Notice of availability.
In accordance with the National Environmental Policy Act (NEPA) of 1969, as amended, and the National Historic Preservation Act of 1966 (NHPA), as amended, the Bureau of Land Management (BLM) has prepared a Final Environmental Impact Statement (EIS) and a Programmatic Agreement (PA), which is included as an Appendix to the EIS, for the Southern Nevada Water Authority's (SNWA) Clark, Lincoln, and White Pine Counties Groundwater Development Project (SNWA Project), and by this notice is announcing the availability of the Final EIS.
The Department of the Interior will not issue a final decision on the proposal for a minimum of 60 days after the date that the Environmental Protection Agency publishes its Notice of Availability of the Final EIS in the Federal Register.
The Final EIS will be mailed to those parties who participated in the process. Written requests for a copy of the Final EIS or the PA for the SNWA Project may be submitted to the BLM at the address below or by any of the following methods:
- Download the document from the BLM's Web site at www.blm.gov/5w5c.
Mail: SNWA Project, Bureau of Land Management, Attn: Penny Woods, 1340 Financial Blvd., Reno NV 89502.
Review copies are available in the following locations:
BLM Offices in Nevada:
Nevada State Office, 1340 Financial Blvd., Reno
Ely District Office, 702 N. Industrial Way, Ely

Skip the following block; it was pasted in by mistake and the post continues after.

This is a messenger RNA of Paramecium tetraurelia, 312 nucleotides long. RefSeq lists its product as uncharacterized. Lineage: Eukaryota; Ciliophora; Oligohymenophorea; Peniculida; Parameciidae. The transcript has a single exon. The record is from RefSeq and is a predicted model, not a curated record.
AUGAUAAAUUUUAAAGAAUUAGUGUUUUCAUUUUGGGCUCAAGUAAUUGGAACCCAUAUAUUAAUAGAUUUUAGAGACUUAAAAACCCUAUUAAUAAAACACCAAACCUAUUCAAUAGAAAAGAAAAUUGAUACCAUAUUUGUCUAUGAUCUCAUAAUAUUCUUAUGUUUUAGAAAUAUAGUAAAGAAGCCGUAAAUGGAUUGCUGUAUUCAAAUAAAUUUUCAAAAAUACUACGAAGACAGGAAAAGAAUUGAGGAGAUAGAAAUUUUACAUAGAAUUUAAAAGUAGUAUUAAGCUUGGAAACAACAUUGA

Caliente Field Office, U.S. Hwy. 93, Building #1, Caliente
Southern Nevada District Office, 4701 N. Torrey Pines Drive, Las Vegas
Libraries in Nevada:
Nevada State Library, 100 N. Stewart St., Carson City
White Pine County Library, 950 Campton St., Ely
Lincoln County Library, 100 Depot Ave., Caliente
Lincoln County Library, 100 N. First St. E., Alamo
Mesquite Library, 121 W. First N. St., Mesquite
Clark County Library, 1401 E. Flamingo Road, Las Vegas
BLM Offices in Utah:
Utah State Office, 440 W. 200 S., Salt Lake City
West Desert District Office, 2370 S. 2300 W., Salt Lake City
Color Country District Office, 1760 East DL Sargent Drive, Cedar City
Fillmore Field Office, 35 E. 500 N., Fillmore
St George Field Office, 345 E. Riverside Drive, St. George
Libraries in Utah:
Utah State Library, 250 N. 1950 W., Salt Lake City
Delta City Library, 76 N. 200 W., Delta
Cedar City Library, 303 N. 100 E., Cedar City
Washington County Library, 88 W. 100 S., St. George
Tooele City Library, 128 W. Vine St., Tooele
Nephi Library, 21 E. 100 N., Nephi
Beaver Library, 55 W. Center St., Beaver
FOR FURTHER INFORMATION CONTACT:
Penny Woods, Project Manager, telephone: 775-861-6466; address: 1340 Financial Blvd., Reno, NV 89502; email; email@example.com. Persons who use a telecommunications device for the deaf (TDD) may call the Federal Information Relay Service (FIRS) at 1-800-877-8339 to contact the above individual during normal business hours. The FIRS is available 24 hours a day, 7 days a week, to leave a message or question with the above individual. You will receive a reply during normal business hours.